“It was interesting to gauge how accurate my descriptions were of what labor feels like. I used to say that contractions feel like your belly is getting hard and squeezing. It’s something I had heard about and read about, but experiencing it myself was interesting—almost like fact-checking yourself. Funny enough, I didn’t even know when I was in labor. I always told patients to call me when their contractions are four minutes apart, but my contractions stayed at seven to eight minutes. I thought to myself, I’m going to listen to my own rule. By the time I realized I needed to go to the hospital, I was 8 centimeters dilated. Kind of ironic.” —Lau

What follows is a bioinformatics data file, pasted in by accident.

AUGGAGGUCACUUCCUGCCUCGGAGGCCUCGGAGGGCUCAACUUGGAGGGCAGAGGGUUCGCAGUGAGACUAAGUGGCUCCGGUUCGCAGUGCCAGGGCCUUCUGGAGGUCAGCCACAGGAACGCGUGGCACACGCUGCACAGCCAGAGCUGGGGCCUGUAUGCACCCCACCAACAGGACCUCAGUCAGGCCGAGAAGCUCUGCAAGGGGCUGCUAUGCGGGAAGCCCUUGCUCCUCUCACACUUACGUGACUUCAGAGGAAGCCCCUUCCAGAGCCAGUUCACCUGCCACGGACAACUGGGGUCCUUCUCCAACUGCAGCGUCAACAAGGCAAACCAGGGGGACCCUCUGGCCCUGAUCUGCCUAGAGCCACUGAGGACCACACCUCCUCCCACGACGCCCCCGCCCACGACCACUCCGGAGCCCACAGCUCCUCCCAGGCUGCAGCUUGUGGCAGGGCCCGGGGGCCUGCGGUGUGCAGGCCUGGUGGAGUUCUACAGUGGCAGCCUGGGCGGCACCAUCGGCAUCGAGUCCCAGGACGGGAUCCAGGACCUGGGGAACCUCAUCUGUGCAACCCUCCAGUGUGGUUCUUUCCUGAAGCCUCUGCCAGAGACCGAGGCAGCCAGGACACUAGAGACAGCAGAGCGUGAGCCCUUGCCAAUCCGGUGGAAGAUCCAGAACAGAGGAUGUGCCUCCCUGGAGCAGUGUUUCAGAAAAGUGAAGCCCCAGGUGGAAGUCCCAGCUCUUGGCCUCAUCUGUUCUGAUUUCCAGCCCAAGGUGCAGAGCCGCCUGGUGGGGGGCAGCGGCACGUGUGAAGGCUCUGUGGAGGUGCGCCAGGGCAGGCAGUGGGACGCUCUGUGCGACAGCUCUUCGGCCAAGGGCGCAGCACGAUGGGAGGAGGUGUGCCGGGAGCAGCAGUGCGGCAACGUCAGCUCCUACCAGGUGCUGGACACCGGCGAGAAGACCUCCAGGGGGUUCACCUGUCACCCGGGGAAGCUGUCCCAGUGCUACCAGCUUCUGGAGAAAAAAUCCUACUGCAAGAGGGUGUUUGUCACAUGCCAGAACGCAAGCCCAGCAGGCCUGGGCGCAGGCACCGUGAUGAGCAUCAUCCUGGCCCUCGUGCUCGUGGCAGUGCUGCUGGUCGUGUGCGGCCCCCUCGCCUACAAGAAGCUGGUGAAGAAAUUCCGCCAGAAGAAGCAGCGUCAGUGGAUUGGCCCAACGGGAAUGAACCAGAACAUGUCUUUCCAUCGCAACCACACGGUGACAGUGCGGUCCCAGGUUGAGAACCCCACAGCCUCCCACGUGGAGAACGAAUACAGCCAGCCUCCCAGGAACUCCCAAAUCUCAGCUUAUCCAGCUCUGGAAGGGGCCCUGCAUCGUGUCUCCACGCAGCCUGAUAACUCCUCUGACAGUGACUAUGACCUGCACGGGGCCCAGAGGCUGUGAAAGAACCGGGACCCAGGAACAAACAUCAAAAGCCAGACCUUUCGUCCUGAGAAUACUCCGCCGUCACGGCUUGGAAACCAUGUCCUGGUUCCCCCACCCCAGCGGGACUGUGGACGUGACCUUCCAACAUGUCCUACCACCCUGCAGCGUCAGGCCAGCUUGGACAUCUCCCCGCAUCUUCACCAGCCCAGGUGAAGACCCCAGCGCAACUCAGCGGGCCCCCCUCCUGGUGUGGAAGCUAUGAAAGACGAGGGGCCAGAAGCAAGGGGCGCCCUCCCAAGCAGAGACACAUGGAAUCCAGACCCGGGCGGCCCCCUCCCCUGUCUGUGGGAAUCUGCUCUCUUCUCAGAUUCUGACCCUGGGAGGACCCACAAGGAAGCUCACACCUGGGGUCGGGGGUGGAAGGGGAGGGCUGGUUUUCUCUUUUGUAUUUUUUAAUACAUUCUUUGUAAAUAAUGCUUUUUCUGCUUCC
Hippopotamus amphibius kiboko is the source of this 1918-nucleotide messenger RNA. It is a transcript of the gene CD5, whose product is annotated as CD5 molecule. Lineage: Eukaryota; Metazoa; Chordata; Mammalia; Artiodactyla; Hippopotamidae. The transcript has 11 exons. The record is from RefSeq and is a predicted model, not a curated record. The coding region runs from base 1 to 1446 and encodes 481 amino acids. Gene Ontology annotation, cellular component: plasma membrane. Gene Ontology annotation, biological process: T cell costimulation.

I’ve adjusted my descriptions of how to recognize the signs of labor.
“My ability to describe how to determine if you’re in labor, if your membranes have ruptured, etc. has changed after having experienced rupturing and contractions at the start of labor. I’ve also experienced Pitocin as augmentation and an induction agent. Knowing these things from a patient perspective has enabled me to better prepare my patients.” —Wood
I now make a point to switch up labor positions.
“I labored pretty traditionally, but I do think if one position doesn’t work, switching it up can help. Holding on to different things with my hands, like a birthing bar, was very helpful. It reminded me that when I coach patients through pushing, I need to continue to try different things and see how I can be even more effective.” —Lau
Experiencing it all for myself reaffirmed what I knew about prenatal care and delivery. “I was really glad to find that my recommendations about care during pregnancy and labor and delivery didn’t significantly change. It was good to know that the recommendations that I had always made worked and made sense to me as a patient as they had as a doctor. ” —Kaimal